Modeling cerebrocerebellar control in horizontal planar arm movements of humans and the monkey
Author(s)Takahashi, Kazutaka, Ph. D. Massachusetts Institute of Technology
Massachusetts Institute of Technology. Dept. of Aeronautics and Astronautics.
Steven G. Massaquoi, Munther Dahleh, Timothy J. Ebner and Dava Newman.
MetadataShow full item record
In daily life, animals including humans make a wide repertoire of limb movements effortlessly without consciously thinking about joint trajectories or muscle contractions. These movements are the outcome of a series of processes and computations carried out by multiple subsystems within the central nervous system. In particular, the cerebrocerebellar system is central to motor control and has been modeled by many investigators. The bulk of cerebrocerebellar control involves both forward command and sensory feedback information inextricably combined. However, it is not yet clear how these types of signals are reflected in spiking activity in cerebellar cells in vivo. Segmentation of apparently continuous movements was first observed more than a century ago. Since then, submovements, which have been identified by non-smooth speed profiles, have been described in many types of movements. However, physiological origins of submovement have not been well understood. This thesis demonstrates that a currently proposed recurrent integrator PID (RIPID) cerebellar limb control model (Massaquoi 2006a) is consistent with average neural activity recorded in a monkey by developing the Recurrent Integrator-based Cerebellar Simple Spike (RICSS) model.(cont.) The RICSS formulation is consistent with known or plausible cerebrocerebellar and spinocerebellar neurocircuitry, including hypothetical classification of mossy fiber signals. The RICSS model accounts well for variety of cerebellar simple spike activity recorded from the monkey and outperforms any other existing models. The RIPID model is extended to include a simplified cortico-basal ganglionic loop to capture statistical characterization of intermittency observed in individual trials of the monkey. In order to extend the capability of the RIPID model to a larger workspace and faster movements, the model needs to be gainscheduled based on the local state information. A linear parameter varying (LPV) formulation, which shares a similar structure to that suggested by the RICSS model, is performed and its applicability was tested on human subjects performing double step tasks which requires rapid change in movement directions.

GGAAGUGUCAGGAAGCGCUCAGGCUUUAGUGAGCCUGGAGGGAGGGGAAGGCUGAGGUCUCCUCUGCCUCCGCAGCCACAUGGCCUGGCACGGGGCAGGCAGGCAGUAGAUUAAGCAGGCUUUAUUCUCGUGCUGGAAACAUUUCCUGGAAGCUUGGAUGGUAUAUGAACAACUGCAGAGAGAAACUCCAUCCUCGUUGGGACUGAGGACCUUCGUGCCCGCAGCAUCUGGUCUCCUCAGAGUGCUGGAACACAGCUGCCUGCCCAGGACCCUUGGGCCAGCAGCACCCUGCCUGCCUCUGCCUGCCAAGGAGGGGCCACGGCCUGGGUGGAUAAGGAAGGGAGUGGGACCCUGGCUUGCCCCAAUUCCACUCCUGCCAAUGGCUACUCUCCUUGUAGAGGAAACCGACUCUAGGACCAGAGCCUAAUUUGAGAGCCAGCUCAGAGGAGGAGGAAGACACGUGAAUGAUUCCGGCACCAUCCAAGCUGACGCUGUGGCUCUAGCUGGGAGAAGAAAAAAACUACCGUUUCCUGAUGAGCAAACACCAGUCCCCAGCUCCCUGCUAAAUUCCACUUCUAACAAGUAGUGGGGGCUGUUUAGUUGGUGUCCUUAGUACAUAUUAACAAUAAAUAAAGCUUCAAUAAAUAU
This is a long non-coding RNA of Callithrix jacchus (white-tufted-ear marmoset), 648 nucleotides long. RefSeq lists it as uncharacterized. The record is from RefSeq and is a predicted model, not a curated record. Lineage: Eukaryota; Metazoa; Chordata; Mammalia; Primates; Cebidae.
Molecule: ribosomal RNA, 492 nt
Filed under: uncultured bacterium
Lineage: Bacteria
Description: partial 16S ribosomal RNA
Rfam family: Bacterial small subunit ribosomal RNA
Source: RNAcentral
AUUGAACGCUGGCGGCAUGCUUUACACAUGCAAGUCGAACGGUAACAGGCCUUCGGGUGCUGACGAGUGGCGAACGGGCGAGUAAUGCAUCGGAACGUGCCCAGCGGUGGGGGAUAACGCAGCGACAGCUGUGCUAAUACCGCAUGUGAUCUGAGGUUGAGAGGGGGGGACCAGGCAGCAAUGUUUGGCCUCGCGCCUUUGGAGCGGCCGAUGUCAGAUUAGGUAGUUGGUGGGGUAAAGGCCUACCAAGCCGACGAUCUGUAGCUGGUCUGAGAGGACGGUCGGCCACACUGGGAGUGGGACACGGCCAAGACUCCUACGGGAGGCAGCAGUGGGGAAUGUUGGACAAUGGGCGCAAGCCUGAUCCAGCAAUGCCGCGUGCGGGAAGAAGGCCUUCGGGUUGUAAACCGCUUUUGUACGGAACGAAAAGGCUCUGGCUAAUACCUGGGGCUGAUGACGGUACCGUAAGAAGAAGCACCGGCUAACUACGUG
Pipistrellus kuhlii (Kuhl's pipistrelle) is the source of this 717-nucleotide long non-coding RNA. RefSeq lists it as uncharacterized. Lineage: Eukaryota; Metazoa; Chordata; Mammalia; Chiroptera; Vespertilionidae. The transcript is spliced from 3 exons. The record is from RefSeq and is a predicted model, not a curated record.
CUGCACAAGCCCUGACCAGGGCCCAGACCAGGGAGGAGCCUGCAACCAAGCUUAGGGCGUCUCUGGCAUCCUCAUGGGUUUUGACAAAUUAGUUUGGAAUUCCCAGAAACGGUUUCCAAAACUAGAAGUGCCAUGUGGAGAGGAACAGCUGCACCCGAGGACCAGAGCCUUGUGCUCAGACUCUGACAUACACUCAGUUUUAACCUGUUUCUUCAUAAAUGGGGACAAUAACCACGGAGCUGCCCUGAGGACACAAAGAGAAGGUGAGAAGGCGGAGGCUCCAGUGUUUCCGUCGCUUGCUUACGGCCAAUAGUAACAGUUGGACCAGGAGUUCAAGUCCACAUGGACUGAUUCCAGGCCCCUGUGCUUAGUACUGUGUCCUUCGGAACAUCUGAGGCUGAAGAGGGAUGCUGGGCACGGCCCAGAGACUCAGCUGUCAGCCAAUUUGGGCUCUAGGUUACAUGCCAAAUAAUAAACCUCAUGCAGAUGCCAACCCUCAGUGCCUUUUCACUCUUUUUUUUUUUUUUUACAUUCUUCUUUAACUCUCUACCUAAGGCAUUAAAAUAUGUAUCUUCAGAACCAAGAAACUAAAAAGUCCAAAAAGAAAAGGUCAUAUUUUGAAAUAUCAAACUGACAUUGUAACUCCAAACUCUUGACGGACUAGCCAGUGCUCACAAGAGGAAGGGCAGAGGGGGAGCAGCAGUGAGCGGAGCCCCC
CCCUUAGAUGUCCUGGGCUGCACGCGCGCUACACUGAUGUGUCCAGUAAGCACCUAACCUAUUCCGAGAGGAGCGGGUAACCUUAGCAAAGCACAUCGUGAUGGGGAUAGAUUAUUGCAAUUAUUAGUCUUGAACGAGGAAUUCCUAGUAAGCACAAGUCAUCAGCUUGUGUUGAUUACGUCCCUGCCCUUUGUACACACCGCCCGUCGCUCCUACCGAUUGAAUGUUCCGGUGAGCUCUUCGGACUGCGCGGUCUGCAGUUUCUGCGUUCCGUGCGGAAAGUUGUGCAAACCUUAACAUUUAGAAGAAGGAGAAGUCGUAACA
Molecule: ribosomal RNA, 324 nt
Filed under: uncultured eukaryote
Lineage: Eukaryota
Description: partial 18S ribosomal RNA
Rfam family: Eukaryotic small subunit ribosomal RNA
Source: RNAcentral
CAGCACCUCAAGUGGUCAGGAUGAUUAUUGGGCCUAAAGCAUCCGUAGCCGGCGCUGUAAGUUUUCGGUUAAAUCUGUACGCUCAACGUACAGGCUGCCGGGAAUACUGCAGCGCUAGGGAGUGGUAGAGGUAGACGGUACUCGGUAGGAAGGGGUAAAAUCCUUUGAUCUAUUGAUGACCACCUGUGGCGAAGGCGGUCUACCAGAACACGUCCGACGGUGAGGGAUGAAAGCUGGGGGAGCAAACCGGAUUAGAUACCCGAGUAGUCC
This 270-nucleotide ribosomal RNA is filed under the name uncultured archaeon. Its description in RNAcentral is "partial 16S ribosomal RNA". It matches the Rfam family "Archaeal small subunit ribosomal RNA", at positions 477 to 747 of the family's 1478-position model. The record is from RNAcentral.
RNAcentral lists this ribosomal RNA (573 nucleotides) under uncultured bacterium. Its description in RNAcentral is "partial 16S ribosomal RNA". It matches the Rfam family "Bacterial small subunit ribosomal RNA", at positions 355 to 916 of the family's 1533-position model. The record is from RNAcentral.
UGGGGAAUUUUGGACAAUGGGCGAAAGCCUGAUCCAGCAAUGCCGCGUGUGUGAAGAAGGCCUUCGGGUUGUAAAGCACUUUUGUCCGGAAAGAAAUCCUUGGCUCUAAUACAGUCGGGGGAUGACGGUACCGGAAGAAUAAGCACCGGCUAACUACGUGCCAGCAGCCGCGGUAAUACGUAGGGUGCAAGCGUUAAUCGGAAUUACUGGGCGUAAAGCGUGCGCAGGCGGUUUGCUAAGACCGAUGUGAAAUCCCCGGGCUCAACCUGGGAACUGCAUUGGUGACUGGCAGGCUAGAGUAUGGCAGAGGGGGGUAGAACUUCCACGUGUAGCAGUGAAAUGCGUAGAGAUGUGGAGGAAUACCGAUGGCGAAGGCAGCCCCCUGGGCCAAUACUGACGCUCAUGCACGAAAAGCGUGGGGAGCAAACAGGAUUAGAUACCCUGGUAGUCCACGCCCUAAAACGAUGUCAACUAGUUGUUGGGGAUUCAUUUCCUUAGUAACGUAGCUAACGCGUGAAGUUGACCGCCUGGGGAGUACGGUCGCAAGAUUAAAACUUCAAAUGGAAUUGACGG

Thesis (Ph. D.)--Massachusetts Institute of Technology, Dept. of Aeronautics and Astronautics, 2007.Includes bibliographical references (leaves 215-236).
DepartmentMassachusetts Institute of Technology. Dept. of Aeronautics and Astronautics.
Massachusetts Institute of Technology
Aeronautics and Astronautics.